I am very concerned indeed by some of the proposals being put forward for reform of the Civil Service. When I was Secretary of State for Scotland, we were in government but I always felt that I was in opposition. The Civil Service in the Scottish Office was pretty committed to establishing a Scottish Parliament and we were pretty committed to not establishing a Scottish Parliament. We were also committed to a whole range of quite radical reforms that went against the grain. I have to say that I never, ever experienced anything other than complete and total professional service from the Civil Service. If you gave it a lead, it would respond, and respond with great professionalism and integrity.

I observe the Civil Service now; I observe the degree to which there is turnover in important departments such as the Treasury; I look at the numbers of Permanent Secretaries who seem to survive for less than 12 months; and I look at the proposals that are coming from the coalition to politicise and increase the number of special advisers. These are all hugely revolutionary and important changes and when, come the general election, each political party will no doubt have something to say on its views on the Civil Service, it will be important that we have an informed debate.

I therefore regret the fact that there will not be an opportunity for us to have a proper look at these issues so that people can make up their minds as to what the right way forward is. I very much hope that, as the noble Lord, Lord McNally, said, should a proposal come from the House of Commons we would respond to it so that the expertise and experience that exist in this House in all quarters can add to what is a central debate to the future of our constitution and good government in our country.

Lord Butler of Brockwell (CB): My Lords, I make it clear that I make no criticism of the procedures of the Liaison Committee, which were perfectly fair, although

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I agree with the noble Lords, Lord McNally and Lord Forsyth, that there is an issue for Parliament here. The proposal that there were issues of such importance affecting the Civil Service that they required investigation had the support of not only the Public Administration Select Committee in another place but all the chairmen of the Select Committees that examine departments. It was a unanimous proposal from the Liaison Committee in another place. These are issues of importance, which may well be in the manifestos for the next general election. As I said in my remarks on 16 January, it would be extraordinary if Parliament did not examine them when there is such senior support for that in the House. While I absolutely understand the procedures that were followed by the Liaison Committee and have never sought to overturn either its recommendations or the list of subjects that it has proposed, I hope, as other speakers have, that if the House of Commons goes ahead with setting up an examination of these issues, the Liaison Committee of this House will be flexible enough to agree that this House should join in that investigation.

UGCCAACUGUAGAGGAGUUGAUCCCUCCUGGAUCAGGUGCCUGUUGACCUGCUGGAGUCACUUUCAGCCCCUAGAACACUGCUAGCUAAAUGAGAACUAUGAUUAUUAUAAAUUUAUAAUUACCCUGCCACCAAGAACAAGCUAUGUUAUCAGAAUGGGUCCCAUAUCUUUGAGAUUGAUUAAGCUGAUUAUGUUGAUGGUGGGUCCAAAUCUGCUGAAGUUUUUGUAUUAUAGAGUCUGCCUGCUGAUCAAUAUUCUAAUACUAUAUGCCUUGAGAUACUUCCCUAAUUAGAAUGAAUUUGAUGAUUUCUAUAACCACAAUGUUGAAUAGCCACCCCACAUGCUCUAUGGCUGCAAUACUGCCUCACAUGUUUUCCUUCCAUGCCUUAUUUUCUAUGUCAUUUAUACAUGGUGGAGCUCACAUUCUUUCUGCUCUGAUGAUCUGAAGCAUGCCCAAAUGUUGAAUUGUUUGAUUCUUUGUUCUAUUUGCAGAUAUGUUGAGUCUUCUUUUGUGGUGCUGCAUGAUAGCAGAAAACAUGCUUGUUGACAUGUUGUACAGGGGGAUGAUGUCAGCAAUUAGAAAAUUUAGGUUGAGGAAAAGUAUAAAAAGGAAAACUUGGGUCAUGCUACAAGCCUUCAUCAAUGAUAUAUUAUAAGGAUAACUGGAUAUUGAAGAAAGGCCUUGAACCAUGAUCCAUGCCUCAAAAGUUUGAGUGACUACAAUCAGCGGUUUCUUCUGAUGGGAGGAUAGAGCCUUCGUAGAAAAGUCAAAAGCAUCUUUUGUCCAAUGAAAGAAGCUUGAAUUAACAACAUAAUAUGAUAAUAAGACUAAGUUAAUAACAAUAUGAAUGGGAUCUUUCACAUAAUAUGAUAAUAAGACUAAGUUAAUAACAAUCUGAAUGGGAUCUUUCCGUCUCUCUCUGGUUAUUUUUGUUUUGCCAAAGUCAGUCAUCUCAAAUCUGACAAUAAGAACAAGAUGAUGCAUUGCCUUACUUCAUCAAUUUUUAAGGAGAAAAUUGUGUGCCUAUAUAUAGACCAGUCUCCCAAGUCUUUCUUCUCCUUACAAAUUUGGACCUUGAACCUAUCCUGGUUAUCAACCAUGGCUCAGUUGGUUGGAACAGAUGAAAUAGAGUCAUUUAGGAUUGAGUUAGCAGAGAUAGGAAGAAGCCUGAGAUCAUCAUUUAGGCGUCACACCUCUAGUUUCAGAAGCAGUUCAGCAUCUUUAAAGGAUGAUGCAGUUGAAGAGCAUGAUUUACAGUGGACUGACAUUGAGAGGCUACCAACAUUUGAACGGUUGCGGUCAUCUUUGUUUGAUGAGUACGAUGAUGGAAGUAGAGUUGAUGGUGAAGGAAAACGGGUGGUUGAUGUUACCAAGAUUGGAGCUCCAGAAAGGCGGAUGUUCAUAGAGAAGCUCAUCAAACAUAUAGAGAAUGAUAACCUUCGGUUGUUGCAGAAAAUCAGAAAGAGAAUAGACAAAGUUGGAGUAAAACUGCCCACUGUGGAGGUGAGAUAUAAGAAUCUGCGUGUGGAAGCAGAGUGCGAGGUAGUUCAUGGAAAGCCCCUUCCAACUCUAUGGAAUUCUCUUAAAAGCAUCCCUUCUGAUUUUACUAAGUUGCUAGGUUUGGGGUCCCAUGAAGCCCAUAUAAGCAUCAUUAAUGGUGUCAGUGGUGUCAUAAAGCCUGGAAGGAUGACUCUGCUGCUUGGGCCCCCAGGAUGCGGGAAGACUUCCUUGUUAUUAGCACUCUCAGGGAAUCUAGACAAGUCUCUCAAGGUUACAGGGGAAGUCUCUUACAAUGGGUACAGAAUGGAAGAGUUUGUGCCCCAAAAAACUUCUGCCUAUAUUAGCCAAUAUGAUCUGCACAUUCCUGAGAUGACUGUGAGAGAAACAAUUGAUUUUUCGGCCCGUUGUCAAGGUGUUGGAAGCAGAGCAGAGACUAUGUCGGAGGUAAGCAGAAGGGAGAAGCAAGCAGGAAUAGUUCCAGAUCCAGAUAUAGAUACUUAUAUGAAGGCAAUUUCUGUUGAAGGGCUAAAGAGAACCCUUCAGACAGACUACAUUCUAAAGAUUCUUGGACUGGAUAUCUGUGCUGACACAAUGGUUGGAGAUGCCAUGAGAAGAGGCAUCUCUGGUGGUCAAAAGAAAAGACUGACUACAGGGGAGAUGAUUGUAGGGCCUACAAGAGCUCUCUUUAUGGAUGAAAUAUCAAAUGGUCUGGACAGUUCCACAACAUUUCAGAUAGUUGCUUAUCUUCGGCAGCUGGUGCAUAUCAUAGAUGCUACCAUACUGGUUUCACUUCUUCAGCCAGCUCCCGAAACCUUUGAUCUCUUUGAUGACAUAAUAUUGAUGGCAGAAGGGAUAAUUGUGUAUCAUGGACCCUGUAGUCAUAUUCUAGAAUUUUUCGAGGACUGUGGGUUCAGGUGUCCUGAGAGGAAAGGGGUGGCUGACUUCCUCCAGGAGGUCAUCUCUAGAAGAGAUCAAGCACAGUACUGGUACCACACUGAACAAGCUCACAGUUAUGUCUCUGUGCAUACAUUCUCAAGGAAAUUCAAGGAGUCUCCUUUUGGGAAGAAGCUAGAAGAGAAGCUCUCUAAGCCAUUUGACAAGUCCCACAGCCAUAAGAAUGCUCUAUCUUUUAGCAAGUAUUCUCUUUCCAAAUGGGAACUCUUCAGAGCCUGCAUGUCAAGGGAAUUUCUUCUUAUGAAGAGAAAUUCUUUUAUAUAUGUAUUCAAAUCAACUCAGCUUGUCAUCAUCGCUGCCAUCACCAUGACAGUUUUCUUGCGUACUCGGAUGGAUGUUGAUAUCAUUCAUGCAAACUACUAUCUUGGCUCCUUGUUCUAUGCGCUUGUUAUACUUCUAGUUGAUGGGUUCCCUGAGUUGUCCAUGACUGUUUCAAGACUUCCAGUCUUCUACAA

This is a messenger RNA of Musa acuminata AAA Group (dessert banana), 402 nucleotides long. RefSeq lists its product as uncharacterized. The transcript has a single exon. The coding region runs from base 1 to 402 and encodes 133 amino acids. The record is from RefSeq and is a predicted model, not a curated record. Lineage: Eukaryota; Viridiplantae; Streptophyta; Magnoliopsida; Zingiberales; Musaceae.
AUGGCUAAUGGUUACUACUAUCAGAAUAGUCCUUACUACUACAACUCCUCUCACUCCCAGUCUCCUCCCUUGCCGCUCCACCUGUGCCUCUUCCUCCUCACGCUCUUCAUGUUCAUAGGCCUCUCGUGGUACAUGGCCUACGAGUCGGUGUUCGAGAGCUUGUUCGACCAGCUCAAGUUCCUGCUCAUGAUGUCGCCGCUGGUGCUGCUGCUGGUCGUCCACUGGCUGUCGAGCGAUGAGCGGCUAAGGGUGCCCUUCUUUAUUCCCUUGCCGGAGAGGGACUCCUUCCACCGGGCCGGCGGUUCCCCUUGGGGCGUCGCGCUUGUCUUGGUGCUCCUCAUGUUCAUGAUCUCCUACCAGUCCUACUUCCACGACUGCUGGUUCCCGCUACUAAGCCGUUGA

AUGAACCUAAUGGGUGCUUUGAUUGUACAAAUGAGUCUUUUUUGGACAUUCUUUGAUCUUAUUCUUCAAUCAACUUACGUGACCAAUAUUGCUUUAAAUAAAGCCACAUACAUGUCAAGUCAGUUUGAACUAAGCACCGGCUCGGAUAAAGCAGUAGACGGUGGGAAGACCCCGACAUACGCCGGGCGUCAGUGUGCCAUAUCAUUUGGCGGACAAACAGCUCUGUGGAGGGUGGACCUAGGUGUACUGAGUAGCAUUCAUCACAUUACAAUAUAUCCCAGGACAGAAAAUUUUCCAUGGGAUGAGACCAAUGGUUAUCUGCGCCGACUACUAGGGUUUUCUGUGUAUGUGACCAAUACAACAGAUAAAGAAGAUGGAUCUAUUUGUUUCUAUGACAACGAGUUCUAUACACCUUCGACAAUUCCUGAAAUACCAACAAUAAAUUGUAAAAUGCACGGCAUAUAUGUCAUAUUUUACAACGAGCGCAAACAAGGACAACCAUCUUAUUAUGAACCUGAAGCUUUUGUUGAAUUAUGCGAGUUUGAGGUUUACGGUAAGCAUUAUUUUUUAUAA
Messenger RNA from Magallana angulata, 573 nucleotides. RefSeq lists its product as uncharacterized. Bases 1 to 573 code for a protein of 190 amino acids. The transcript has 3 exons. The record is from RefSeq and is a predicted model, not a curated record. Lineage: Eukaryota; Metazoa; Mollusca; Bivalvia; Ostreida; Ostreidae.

Lord Hamilton of Epsom (Con): My Lords, I must confess that I did not realise that my noble friend Lord McNally had put down this amendment. If I had, I would have put my name to it. There is something seriously wrong with our Civil Service today and there is no better place than your Lordships’ House to give consideration to how it should be reformed.

Amendment to the Motion agreed.

Lord Higgins (Con): My Lords, I am sure that the House is anxious to get on with the Budget debate, as I am, so I shall not delay it for more than a few moments. However, paragraph 12 of the report that we are considering draws attention to an extremely serious situation, where the work of the ad hoc Select Committee on Personal Service Companies has been seriously handicapped by the fact that the Treasury Minister concerned refused either to give oral evidence or to allow his officials to give evidence. That was on the grounds that we were concerned only with the administration of the situation, whereas quite clearly the whole thing operates within a legal and legislative framework that is the responsibility of the Treasury. We ought to have been able to question Treasury Ministers on the implications of that legislation for the subject that we were discussing. The committee’s report clearly says that this situation is “unfortunate”, but I am not clear what representations the Liaison Committee is making to the Government, and perhaps to the Chancellor of the Exchequer in particular, about this extremely unfortunate situation, which has handicapped the ability of the committee to carry out its work.